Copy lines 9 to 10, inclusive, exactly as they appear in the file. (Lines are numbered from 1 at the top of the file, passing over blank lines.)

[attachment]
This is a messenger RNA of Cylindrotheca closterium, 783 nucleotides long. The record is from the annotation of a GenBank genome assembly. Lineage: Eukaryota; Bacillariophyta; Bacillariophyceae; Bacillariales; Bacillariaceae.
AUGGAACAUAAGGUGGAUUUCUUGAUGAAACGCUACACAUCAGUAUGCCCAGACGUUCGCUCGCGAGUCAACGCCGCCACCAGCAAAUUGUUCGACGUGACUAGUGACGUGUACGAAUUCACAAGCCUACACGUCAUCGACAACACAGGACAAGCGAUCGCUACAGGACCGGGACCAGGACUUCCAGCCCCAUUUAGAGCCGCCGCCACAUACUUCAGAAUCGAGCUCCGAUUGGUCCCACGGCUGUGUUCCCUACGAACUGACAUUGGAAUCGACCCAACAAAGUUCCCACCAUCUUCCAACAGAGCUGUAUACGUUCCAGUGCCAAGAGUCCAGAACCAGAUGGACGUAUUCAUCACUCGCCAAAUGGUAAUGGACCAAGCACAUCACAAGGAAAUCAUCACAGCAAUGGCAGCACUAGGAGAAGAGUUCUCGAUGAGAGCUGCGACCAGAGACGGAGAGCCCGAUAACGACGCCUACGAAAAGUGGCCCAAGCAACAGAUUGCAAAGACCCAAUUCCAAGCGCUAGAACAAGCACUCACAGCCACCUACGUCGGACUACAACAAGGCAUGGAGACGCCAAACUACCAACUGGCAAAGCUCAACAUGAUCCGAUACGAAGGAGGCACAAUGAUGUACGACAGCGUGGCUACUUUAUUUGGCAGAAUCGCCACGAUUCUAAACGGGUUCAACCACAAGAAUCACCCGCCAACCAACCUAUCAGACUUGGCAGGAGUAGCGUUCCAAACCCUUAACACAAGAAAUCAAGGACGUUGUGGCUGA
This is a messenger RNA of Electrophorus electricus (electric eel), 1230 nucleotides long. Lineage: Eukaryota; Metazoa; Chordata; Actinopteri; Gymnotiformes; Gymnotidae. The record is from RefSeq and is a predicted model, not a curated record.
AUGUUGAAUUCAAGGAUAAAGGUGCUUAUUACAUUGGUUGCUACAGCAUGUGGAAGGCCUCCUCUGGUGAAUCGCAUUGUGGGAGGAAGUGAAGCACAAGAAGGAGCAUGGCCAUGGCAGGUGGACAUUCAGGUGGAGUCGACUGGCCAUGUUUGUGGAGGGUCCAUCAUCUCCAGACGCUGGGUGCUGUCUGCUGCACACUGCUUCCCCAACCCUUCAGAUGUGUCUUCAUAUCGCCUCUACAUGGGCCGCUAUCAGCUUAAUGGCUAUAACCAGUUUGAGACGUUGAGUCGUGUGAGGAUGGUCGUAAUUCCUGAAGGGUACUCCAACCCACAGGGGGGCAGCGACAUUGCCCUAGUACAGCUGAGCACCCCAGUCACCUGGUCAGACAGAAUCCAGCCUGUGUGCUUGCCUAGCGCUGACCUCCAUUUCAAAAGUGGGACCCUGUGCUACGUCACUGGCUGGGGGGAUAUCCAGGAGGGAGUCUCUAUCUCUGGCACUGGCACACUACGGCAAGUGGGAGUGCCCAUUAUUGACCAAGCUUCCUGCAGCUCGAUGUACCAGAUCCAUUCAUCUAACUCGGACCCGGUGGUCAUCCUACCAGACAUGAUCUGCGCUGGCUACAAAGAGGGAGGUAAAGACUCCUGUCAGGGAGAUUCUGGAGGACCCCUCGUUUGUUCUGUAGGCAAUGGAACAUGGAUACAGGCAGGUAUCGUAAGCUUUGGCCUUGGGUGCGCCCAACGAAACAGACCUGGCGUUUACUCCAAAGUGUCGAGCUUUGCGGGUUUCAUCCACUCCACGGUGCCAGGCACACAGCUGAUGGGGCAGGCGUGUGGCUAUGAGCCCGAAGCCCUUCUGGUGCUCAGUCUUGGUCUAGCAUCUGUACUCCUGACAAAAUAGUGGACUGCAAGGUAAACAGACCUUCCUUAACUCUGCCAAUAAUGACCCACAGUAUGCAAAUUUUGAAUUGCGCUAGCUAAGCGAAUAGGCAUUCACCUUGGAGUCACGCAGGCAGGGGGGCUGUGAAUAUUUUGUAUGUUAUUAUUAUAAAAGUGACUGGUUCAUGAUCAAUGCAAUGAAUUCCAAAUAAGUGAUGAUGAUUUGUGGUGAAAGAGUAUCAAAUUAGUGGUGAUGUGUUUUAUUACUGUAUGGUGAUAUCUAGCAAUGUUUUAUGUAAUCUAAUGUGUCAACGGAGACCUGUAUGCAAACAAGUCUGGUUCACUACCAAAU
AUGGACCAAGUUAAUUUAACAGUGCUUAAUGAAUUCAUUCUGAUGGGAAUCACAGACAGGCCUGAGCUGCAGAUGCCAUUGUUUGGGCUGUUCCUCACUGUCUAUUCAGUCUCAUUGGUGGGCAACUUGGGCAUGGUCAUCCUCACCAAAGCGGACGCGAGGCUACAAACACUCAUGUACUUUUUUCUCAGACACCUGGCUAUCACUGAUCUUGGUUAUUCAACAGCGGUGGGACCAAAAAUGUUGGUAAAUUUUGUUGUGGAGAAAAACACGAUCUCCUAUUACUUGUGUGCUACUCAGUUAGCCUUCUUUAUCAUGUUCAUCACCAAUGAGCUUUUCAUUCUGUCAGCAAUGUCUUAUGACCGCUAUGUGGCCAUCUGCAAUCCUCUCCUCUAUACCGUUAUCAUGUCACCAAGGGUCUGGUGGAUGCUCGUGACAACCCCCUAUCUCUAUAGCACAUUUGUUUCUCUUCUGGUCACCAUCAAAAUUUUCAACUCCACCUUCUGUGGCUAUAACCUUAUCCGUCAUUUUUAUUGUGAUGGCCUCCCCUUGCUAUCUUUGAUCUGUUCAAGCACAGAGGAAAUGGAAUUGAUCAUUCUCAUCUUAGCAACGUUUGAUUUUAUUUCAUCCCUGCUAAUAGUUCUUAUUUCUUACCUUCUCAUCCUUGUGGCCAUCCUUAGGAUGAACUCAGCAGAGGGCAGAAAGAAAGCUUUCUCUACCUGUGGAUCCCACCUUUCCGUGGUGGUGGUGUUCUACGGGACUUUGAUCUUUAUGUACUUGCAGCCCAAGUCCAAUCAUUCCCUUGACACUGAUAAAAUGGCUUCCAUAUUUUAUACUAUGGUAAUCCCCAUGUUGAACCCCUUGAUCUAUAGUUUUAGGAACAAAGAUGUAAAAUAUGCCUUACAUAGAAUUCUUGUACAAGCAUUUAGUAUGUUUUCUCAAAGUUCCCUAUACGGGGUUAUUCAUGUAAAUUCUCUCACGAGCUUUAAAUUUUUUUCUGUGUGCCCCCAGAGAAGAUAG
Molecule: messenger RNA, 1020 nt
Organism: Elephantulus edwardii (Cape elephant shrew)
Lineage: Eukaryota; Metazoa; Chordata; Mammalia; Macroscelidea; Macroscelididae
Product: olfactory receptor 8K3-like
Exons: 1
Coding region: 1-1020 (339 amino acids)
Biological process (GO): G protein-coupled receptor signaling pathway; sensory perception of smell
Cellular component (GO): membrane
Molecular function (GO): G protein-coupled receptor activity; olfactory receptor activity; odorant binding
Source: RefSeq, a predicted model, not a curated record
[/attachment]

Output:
Product: olfactory receptor 8K3-like
Exons: 1